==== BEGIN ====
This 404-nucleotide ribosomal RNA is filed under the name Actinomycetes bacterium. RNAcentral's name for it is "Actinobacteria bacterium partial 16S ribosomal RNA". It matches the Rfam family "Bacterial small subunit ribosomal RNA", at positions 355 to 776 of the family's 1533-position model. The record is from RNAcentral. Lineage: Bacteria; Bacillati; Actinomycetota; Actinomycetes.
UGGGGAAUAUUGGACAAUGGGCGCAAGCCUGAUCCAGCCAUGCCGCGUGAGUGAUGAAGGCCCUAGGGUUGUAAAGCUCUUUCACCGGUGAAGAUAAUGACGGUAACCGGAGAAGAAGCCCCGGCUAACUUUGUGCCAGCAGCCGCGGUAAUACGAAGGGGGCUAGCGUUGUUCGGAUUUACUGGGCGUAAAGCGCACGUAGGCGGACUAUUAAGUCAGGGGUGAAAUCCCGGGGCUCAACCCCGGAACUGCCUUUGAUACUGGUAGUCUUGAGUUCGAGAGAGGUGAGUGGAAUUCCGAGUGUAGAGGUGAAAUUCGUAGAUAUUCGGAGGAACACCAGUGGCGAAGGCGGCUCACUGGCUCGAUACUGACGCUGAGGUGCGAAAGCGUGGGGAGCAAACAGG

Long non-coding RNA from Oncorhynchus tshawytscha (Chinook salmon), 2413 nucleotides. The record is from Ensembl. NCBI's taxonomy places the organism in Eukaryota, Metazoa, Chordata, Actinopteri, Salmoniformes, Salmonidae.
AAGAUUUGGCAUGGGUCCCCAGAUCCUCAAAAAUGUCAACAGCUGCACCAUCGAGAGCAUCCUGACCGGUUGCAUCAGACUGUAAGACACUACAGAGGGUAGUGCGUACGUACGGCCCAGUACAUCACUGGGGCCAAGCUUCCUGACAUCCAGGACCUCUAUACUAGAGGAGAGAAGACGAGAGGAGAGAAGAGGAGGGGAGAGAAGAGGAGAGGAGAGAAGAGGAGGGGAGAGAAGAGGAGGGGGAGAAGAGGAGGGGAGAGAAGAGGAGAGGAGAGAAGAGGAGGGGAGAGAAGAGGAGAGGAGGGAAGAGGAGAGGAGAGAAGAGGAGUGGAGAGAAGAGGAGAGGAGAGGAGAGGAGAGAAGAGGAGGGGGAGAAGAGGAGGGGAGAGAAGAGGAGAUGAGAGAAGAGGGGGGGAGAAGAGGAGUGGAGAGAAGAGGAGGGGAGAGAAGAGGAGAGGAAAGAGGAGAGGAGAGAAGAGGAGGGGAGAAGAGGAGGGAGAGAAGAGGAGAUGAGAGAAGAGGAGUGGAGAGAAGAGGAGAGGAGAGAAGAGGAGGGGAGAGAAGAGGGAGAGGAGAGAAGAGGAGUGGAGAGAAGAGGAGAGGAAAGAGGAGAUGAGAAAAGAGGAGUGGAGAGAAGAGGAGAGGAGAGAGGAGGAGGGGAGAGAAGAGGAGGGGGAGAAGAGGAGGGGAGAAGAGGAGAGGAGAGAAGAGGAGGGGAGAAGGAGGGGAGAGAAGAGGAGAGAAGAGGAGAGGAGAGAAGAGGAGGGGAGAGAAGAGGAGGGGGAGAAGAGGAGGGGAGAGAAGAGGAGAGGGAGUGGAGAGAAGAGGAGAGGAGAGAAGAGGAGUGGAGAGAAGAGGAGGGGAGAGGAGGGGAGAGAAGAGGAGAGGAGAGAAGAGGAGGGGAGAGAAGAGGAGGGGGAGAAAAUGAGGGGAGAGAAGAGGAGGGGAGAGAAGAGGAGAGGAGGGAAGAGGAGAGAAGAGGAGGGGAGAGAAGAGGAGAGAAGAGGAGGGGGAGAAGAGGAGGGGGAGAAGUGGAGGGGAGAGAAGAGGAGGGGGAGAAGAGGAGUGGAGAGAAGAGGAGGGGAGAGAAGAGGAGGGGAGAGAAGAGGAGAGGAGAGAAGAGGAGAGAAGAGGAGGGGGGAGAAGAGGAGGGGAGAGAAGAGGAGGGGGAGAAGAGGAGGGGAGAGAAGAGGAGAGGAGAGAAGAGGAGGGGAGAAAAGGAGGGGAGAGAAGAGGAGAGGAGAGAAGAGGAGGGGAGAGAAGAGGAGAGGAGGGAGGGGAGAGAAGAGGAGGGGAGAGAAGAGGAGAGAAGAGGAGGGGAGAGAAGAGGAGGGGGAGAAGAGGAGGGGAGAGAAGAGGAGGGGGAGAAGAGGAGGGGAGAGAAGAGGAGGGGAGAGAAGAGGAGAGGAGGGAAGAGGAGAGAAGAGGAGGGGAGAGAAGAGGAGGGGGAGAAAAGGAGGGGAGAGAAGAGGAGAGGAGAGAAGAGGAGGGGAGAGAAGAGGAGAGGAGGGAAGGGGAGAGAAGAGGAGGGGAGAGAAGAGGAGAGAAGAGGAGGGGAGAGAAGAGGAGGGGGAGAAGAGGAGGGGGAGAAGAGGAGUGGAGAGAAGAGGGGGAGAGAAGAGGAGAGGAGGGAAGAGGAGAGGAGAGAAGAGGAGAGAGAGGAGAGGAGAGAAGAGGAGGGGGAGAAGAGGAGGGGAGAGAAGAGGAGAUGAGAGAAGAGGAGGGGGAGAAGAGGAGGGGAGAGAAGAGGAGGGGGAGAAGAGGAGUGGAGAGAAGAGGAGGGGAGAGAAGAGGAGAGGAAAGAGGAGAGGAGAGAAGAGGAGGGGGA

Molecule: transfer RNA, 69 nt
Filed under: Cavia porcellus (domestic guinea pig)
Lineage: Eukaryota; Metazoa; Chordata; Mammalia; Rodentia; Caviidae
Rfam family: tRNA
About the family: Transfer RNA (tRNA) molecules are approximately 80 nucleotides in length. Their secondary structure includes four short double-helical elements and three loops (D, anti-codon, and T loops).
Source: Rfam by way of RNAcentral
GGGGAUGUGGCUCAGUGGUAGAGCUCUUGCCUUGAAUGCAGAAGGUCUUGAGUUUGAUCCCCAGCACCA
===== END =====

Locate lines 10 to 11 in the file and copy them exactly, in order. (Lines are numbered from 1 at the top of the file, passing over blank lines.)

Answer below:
Source: Rfam by way of RNAcentral
GGGGAUGUGGCUCAGUGGUAGAGCUCUUGCCUUGAAUGCAGAAGGUCUUGAGUUUGAUCCCCAGCACCA